At the time of writing, the only official guidelines for hardware are the standalone on-premise installation in the installation guide and the the ARM templates topologies: https://kb.sitecore.net/articles/043375
The ARM template topologies are based on a simple marketing site without heavy integration or customization. If you are heavily integrating with xConnect and external systems, your needs for hardware and servers will be different. I have posted some basic guidance on XP Services scaling in a Sitecore StackExchange answer, though this is not about hardware specs, more decision points for scaling:
How best can you scale xConnect to handle high traffic?
As you noted, the Sitecore scaling guide currently lacks the hardware specs for the scaled environments. These details just are not available right now. The ARM templates topologies will give you the best guidance we currently have in terms of looking at relative performance, but when scaling architectures so much is dependent on the solution that has been implemented and the way each role is being used in that deployment.
Comparing to Sitecore 8
If you compare the ARM Template topologies between Sitecore 8 and Sitecore 9, you will note that the requirements have not really changed for the core instances. Other than the new XP Services introduced (and their related components) there were virtually no changes. There was a slight alteration for CM and session state in a standalone environment, and a minor change for session state for an XP Extra Large. Otherwise, everything was identical.
What does this mean?
You could likely base a lot of the hardware requirements on 8.2 guidelines for the core instances, which can be seen in documents such as this:
The New XP Services
The tricky part comes down to how the customer wants to deploy the new XP Services. If they deploy it to the same servers as one of the Sitecore instances, that hardware will need to be beefed up to handle the extra workload. If they deploy it separately, then the hardware will depend on how they deploy the services (single app, scaled out on one server, scaled out across multiple servers, load-balanced, etc.)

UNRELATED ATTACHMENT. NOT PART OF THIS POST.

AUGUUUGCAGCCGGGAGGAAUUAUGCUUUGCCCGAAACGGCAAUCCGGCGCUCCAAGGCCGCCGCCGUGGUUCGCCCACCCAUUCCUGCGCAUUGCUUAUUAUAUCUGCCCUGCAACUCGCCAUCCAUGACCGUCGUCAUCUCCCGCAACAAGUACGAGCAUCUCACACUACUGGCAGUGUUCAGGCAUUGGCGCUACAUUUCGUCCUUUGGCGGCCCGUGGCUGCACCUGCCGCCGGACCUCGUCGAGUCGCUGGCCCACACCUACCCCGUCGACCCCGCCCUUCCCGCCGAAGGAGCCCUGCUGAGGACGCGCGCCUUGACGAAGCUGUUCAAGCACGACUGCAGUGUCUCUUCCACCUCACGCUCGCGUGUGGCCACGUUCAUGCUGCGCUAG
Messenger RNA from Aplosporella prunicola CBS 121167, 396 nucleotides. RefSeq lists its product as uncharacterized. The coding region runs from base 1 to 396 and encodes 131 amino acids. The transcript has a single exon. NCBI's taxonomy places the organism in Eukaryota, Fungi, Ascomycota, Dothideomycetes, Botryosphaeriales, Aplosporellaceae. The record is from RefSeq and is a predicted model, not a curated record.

The other new piece in Sitecore 9 is the SQL Server storage of xDB. This should definitely be its own server in production, and not the same server as the rest of the SQL databases. You will notice from the ARM Templates topologies that the new shard databases are smaller than a standard Sitecore database at the low end of visits, but as the visit count rises towards the higher end the shard database hardware requirements grow faster than the core content databases. This is because the content databases generally don't have more storage based on visits, whereas collection is all about tracking visitor data.
Wrapping it up
There are so many variables when planning infrastructure, it really is situational and you need to adjust your infrastructure planning to the customer's needs, their solution implementation, and their planned usage/visits. The best advice I can give is to make sure to implement infrastructure that you can easily adjust to meet your needs as they change and only pay for what you need now. This avoids the 'over-buying' that sometimes happens in on-premise provisioning.